Friday, October 05, 2007

Leaving Footprints

I like to sit in the back at Church. I liked to sit in the back at class. Occasionally I even sat in the back of class while I was teaching. I'm not keen on being the first or the last to do something. I don't wear loud colors. I don't listen to the radio in my wife's car, because the antenna is broken and if you have the radio on and turn it off it makes a very loud noise for a very long time. Whenever possible, I like to maintain a low profile.

Seren is 17 months old and doesn't give a shit about low profiles. She points at strangers. She waves at strangers. She throws stuff at strangers. She pulls things off of shelves if you foolishly let her get too close. She screams at the top of her lungs for no particular reason. Strangers walk up to her and touch her, and occasionally me. (This is one of the biggest problems with parenthood. Low profile or not, I hate it when people violate my space. Before Seren, all I had to worry about was the occasional heel stomp or shove from behind. Now people grab my arm, pinch her cheek, and pat me on the back.)

Not only is Seren a full fledged toddler, I'm a man. For whatever reason, stay at home dads are still a novelty. In my experience a stay at home dad is kind of like Siamese Twins or really hairy women. People stare, give judgemental looks, and jump to erroneous conclusions. More than once I've been told how nice it is that I'm taking a day off of work. When I enter the territory of the stay at home mom, it can be even worse. Most of the moms are nice, and many are even comfortable enough to complain about their husbands and their boobs in front of me. But it's still uncomfortable, and I am eager to do everything I can , short of shaving (When this gig starts paying benefits I'll shave), to blend in. I make sure Seren is dressed in clean and matching clothing. I periodically take my voice up an octave. I sing mainly in the alto range. I don't talk any sports. I use my child as a prop and conversational crutch just like everybody else.

Largely this strategy has worked, but Music Together Class might prove to be too big of a challenge. First of all, I have to sing. Second, with only two other parents (both women and neither of them thirty year smokers or butch lesbians), my voice stands out, even if I whisper. Third, the teacher made a point of saying that my participation was of particularly great importance because male voices are so rare in these situations. Fourth, Seren is a complete ham and loves music. Now, for the record (and off the record), I enjoy the class. I have also managed to remain rather anonymous, at least until today. I have sweaty feet. I don't wear socks in the summer. My shoes stink. Shoes have to come off at Music Together. This has worried me from day one. I have pretty ugly feet even when they're not smelly. So, I don't want to subject young children to them. After the first class I cut my nails and pulled away all of the dead skin. During the second class I got a whiff of my feet, and proceeded to keep them as far away from everybody as I could. This week, I got a whiff of my shoes before I left the house, so I sprinkled them with baby powder. OK, to be honest, I don't sprinkle baby powder. I pour it on. When I am first walking around, I kick up white clouds. It's actually a lot of fun, and Seren likes it. I made a mental note to wipe my feet off before I walked in to Music Together, but somewhere between having to wait in a long line for a slow cashier at TJ-Max and realizing I would be late and we'd miss the "Hello everybody" song that Seren loves and I was hoping she would be demonstrative and impressive during I forgot to wipe off my feet. We walked into class in the middle of Sandpiper (another of Seren's faves). When the music ended, the instructor turned to Seren and said, "your daddy has big feet." I knew instantly I was in trouble. Sure enough, a long trail of white footprints connected the scene of my late entry to the powder blot I was sitting in.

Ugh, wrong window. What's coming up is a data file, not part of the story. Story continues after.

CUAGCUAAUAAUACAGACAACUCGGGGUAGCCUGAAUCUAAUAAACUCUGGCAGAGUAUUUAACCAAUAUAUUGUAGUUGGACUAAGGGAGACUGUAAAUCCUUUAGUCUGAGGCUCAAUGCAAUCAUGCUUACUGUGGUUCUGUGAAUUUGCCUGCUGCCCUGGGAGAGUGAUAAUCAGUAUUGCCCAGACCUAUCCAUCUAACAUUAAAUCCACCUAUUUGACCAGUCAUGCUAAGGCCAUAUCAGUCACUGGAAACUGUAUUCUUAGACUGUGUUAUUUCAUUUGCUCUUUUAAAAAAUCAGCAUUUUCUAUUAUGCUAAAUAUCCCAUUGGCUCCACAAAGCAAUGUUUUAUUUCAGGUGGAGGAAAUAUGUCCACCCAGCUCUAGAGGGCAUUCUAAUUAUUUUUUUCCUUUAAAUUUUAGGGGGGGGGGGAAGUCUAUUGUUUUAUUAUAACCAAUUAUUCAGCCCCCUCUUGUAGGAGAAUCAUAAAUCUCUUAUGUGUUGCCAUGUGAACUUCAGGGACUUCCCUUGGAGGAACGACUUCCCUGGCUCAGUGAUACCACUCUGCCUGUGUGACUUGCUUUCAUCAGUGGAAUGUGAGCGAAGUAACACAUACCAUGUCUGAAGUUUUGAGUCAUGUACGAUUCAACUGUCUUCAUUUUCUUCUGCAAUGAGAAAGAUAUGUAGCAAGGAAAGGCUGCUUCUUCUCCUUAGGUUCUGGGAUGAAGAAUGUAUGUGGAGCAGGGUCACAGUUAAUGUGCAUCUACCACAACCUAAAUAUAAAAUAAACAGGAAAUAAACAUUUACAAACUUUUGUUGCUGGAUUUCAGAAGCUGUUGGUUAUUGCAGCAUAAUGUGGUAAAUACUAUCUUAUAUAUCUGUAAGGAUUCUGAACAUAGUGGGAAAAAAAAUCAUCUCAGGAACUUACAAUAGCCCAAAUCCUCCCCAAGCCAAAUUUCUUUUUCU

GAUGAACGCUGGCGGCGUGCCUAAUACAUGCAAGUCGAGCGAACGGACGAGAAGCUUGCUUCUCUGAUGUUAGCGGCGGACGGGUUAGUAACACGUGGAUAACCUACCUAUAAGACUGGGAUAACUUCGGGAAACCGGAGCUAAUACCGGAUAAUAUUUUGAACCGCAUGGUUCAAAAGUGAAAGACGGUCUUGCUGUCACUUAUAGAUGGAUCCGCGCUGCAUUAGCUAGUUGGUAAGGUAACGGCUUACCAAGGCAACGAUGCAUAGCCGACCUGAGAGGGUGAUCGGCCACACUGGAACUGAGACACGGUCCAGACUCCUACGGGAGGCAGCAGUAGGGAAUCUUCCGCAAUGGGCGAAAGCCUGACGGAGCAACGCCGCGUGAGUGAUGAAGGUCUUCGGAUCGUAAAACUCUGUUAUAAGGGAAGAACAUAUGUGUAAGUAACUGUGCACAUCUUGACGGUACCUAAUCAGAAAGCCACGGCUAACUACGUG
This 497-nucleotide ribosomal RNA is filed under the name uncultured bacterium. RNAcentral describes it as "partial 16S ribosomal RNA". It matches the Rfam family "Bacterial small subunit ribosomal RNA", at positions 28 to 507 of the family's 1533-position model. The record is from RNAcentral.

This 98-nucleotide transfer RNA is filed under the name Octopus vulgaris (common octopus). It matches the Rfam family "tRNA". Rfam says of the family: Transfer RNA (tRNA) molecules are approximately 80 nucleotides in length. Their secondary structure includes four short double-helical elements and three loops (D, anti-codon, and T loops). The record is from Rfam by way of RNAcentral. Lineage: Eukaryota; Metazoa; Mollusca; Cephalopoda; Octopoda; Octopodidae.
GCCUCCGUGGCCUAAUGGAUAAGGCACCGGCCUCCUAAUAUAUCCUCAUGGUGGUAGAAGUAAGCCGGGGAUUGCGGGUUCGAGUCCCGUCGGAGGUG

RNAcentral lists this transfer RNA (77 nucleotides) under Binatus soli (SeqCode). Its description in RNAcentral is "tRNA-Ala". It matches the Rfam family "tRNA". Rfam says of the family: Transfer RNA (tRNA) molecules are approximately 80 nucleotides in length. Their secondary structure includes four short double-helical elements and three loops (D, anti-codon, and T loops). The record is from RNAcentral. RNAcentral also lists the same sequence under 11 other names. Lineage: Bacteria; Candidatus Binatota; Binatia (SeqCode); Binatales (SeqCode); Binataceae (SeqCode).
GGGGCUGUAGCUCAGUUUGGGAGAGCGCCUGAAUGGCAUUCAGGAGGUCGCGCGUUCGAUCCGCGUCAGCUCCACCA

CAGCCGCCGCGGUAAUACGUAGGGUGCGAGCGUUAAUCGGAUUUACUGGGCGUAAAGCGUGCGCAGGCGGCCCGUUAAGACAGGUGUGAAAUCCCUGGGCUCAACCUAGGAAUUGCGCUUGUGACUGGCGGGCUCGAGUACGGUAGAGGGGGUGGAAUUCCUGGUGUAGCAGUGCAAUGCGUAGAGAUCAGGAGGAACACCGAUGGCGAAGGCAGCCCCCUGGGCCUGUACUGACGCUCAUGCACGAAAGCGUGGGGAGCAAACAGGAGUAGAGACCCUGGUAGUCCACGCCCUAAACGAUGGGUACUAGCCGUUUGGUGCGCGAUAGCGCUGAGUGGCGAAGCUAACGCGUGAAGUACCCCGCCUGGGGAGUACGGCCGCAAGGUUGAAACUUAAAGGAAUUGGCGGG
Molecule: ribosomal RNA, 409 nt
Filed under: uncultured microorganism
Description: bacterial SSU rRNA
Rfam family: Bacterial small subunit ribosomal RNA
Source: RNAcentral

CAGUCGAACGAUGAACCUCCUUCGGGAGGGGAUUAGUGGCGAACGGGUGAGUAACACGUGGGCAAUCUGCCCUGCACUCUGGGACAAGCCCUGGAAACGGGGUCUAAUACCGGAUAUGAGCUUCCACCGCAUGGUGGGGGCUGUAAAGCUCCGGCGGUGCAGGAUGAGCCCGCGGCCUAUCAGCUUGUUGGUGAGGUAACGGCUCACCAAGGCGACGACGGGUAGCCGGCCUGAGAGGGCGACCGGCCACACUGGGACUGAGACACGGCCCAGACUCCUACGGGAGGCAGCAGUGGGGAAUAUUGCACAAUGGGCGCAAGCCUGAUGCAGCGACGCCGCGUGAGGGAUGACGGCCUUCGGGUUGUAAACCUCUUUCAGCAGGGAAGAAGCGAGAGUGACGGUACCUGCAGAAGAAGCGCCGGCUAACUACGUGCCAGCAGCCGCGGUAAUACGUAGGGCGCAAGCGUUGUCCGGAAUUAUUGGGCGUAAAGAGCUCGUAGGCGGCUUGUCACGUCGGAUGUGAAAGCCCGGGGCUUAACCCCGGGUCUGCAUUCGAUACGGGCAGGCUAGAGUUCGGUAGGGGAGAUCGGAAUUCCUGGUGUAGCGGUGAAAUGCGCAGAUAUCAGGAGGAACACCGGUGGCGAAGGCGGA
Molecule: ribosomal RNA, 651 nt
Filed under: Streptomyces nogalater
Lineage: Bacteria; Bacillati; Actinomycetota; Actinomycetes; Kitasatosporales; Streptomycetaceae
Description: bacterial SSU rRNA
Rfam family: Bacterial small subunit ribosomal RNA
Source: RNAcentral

As a stay-at-home dad, I'm not very stealthy. I'm actually starting to think I might be OK with that. The view from the back is good, but good views are only fleetingly satisfying. Besides, I'm not going to even pretend that I have any say in the matter. I'm going to be leaving footprints, the bigger set, whether I like it or not.

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